Pathos or the emotional appeal, means to persuade an audience by appealing to their emotions.
Authors use pathos to invoke sympathy from an audience; to make the audience feel what what the author wants them to feel. A common use of pathos would be to draw pity from an audience. Another use of pathos would be to inspire anger from an audience; perhaps in order to prompt action. Pathos is the Greek word for both “suffering” and “experience.” The words empathy and pathetic are derived from pathos.
Pathos can be developed by using meaningful language, emotional tone, emotion evoking examples, stories of emotional events, and implied meanings.
Types of Emotional Appeals
Appealing to sadness - Sad anecdotes, such as those involving death (especially of those who are powerless i.e, children), severe injury or unjust treatment have the power to move audiences in huge ways. These types of stories are especially powerful if the audience can somehow identify with the victim involved in the anecdote. For example, if a presenter used the story of someone's child dying, the notion that whatever tragedy befell that child - could in fact happen to the children of audience members could move an audience to take action immediately, possibly in the form of signing a petition or electing a new sheriff for example.
Appealing to Anger - Anger many times naturally foments after tragedies or large events that impact entire populations. In many cases, presenters and writers do not have to inspire anger, but simply appeal to it, and guide it towards the goal presented in the argument. In cases where anger is not already inspired, reciting tragic events, such as those mentioned above, but then assigning a particular blame to the tragedy or assigning a motive as well, can easily transform sadness into outrage.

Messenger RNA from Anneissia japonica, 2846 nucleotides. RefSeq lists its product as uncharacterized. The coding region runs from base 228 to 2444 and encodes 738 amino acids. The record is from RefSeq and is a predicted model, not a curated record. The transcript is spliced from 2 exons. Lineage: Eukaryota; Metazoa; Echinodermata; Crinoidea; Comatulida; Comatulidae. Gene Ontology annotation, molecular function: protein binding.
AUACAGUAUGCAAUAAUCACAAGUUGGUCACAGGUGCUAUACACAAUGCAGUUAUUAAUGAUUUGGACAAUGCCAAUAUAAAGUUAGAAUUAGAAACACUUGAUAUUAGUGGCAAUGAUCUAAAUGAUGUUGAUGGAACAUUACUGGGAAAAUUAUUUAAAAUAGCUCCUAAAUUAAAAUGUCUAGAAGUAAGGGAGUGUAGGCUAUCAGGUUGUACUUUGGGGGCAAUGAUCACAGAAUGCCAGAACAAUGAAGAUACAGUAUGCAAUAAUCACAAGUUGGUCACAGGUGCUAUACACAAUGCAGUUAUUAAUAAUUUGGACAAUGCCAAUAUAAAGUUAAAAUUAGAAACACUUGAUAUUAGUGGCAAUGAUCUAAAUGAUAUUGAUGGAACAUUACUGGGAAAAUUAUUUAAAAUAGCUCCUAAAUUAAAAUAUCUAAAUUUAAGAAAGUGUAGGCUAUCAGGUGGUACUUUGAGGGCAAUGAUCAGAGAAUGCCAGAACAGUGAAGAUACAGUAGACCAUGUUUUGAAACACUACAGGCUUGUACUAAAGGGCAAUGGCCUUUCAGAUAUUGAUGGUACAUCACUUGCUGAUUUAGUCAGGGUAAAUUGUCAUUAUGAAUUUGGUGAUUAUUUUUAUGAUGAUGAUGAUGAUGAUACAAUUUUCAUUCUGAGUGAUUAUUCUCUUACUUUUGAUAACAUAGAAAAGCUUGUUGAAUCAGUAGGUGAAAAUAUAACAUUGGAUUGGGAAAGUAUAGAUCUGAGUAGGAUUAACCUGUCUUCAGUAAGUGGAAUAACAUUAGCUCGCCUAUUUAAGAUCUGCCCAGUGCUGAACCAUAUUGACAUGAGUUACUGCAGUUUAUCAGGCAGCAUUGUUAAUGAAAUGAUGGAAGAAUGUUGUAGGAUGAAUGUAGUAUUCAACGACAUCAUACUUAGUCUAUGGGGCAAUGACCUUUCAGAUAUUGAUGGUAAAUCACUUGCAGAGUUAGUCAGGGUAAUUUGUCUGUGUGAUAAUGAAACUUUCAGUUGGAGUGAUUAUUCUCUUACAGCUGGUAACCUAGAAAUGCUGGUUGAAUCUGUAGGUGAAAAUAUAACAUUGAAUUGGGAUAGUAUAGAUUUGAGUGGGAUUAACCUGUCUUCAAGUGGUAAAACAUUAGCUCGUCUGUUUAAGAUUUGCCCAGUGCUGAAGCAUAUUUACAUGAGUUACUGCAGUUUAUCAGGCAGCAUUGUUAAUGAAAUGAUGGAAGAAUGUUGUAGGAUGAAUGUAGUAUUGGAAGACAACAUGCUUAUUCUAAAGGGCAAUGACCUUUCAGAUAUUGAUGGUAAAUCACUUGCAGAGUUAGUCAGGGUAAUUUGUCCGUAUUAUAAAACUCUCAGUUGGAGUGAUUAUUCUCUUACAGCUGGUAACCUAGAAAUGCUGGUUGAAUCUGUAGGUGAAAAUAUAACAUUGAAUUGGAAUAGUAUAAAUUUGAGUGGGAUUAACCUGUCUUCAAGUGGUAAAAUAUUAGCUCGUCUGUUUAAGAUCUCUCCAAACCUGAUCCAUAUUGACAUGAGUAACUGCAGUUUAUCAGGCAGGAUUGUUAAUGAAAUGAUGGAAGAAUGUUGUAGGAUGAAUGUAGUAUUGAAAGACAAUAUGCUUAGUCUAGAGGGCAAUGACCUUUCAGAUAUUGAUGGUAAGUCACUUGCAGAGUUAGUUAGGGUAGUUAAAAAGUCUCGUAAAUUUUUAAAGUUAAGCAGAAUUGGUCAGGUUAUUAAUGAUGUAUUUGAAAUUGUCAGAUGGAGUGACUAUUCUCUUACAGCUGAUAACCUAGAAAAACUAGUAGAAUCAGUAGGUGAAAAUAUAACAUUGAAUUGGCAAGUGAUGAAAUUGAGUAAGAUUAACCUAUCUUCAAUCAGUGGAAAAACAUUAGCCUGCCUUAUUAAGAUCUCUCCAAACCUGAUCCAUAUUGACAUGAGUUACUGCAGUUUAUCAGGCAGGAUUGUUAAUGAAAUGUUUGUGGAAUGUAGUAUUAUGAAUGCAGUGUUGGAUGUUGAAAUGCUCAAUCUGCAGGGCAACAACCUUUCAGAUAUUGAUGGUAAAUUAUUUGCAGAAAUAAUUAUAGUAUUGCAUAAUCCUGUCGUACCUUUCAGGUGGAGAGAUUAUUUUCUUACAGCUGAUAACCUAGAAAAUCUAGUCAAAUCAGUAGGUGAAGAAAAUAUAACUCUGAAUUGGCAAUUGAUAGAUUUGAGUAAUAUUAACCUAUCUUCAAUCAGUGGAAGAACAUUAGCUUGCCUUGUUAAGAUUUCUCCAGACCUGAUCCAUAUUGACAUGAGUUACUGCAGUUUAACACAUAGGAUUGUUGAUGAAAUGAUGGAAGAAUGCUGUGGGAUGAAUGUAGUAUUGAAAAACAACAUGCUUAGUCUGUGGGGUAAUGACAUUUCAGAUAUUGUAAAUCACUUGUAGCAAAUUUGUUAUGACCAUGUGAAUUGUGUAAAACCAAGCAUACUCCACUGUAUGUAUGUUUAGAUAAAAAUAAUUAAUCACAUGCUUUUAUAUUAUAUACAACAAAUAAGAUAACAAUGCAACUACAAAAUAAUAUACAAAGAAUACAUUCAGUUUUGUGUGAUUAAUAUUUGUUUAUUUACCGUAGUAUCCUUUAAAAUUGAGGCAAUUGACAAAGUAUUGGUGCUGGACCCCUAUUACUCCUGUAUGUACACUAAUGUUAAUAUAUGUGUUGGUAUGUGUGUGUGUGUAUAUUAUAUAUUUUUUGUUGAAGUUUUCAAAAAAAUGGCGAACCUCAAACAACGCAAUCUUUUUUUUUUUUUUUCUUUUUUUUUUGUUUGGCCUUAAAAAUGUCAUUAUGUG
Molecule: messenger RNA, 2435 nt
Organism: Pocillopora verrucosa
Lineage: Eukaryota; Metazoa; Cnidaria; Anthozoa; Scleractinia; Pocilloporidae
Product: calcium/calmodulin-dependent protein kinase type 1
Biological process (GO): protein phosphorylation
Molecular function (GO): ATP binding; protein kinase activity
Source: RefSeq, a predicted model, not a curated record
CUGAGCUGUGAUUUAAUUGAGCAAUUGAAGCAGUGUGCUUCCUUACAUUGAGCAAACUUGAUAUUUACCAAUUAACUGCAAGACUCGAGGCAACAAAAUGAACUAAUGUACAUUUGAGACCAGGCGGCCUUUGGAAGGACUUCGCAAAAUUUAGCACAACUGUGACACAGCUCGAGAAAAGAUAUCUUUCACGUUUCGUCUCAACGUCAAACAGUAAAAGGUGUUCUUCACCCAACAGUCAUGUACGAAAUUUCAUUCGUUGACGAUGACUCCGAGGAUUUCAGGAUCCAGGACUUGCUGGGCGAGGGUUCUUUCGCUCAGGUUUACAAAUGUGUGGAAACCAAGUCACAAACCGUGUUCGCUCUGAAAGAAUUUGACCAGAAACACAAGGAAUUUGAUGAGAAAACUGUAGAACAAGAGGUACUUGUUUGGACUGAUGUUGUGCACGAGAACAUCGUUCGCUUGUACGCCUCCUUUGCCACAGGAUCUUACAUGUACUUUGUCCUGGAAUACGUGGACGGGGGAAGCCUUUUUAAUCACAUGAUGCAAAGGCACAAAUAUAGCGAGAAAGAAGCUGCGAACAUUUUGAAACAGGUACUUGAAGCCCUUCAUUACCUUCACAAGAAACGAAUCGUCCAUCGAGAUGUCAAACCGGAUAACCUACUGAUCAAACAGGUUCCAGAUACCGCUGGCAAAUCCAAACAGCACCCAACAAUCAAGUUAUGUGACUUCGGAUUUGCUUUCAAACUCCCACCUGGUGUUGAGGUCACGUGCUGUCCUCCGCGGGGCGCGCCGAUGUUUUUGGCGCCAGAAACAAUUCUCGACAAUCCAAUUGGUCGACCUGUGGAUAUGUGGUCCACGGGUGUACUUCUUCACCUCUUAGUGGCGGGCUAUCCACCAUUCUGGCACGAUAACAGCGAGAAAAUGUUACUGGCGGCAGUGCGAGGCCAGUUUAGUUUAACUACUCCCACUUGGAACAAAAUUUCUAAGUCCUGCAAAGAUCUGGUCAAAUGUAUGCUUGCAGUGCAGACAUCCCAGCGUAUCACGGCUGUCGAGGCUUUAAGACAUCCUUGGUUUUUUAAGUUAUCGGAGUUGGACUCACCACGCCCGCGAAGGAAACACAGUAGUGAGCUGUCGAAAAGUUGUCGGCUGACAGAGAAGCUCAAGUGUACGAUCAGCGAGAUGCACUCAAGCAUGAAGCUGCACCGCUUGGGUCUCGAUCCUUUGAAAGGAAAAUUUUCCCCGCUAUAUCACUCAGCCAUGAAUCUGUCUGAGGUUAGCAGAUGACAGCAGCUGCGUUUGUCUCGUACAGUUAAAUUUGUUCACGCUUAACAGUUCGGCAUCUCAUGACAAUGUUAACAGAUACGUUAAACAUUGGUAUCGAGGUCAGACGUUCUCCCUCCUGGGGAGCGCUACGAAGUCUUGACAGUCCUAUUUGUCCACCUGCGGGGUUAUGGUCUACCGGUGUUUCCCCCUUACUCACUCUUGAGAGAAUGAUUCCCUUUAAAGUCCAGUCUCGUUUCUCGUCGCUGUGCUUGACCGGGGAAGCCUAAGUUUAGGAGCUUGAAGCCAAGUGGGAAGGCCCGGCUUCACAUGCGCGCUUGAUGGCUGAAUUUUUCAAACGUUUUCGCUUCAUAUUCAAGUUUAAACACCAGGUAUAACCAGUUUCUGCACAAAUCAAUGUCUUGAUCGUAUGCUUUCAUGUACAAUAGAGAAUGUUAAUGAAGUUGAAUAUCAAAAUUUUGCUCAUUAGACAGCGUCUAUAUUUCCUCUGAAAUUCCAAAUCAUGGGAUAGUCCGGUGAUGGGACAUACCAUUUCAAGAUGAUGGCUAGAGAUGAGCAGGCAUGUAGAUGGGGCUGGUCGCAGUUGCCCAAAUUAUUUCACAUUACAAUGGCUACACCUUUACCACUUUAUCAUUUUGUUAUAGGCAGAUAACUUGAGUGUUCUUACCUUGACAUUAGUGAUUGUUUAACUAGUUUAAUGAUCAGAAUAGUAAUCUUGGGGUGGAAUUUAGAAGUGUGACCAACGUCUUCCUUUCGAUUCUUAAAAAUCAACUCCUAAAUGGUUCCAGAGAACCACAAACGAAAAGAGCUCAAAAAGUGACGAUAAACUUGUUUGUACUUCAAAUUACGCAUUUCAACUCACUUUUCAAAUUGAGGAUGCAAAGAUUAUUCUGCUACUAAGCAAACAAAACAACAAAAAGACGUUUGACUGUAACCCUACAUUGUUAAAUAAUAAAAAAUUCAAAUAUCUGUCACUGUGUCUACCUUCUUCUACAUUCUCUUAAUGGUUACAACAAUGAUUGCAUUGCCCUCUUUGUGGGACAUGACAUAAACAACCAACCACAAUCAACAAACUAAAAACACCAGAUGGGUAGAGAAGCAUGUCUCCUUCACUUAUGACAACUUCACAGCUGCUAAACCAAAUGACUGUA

Appealing to a sense of danger or fear - Danger comes in many forms, and there is a long history regarding its use as a rhetorical tool. In ancient roman times, Julius Caesar used the fear of the Gauls as a pretext for their invasion (they themselves were previously invaded by the Gauls). Another example can be found in automobile commercials, which stress their safety features, stressing that the driver and passengers would be safe in the event something went wrong.
Appealing to Happiness and Enthusiasm - While happiness may not seem as strong of an emotion as sadness or anger, it too can be used to help a presenter make a case to an audience. A good example of this can be found in the presentations of motivational speakers. Motivational speakers commonly use success stories of others to help their audience realize that their goals are in fact obtainable. One particular example of this could come in the form of a speech to rehabilitating drug addicts. The speaker in this case would bring up the story of someone who turned their life around after quitting their addiction, and is today a much happier person than they were as a drug addict. Multi-level marketers will also typically use these kinds of stories in order to sell their clients a dream of future success.
Another way of using happiness and enthusiasm in an appeal to pathos is to simply recount happy and touching anecdotes. Recounting these anecdotes will naturally associate them with the argument at hand, as well as the speaker, giving the audience the impression that a speaker is a warm-hearted and caring person.
Pathos in Academic Writing
Appealing to your readers emotion when writing for an academic purpose may at first seem counter-intuitive, given the fact that academia is supposed to be governed by cold hard logic (logos). However, emotional appeals can cause any reader, whether a professor conducting a peer review, or a professor grading a paper, to reconsider their original opinion, and look closely into the logic provided in an argument, rather than brushing it aside all together.
With this being said, the appeal to pathos should not be exaggerated in academic writing, as the reader is likely approach claims with more skepticism than any normal audience. This is because those involved with reviewing papers likely see techniques like this used on a regular basis, and can be quick to determine whether or not it is relevant to the case being presented in the paper. In any case, one should not attempt to be disingenuous when presenting emotionally charged stories, especially those related to tragic events, or else the writer risks discrediting his/her argument all together.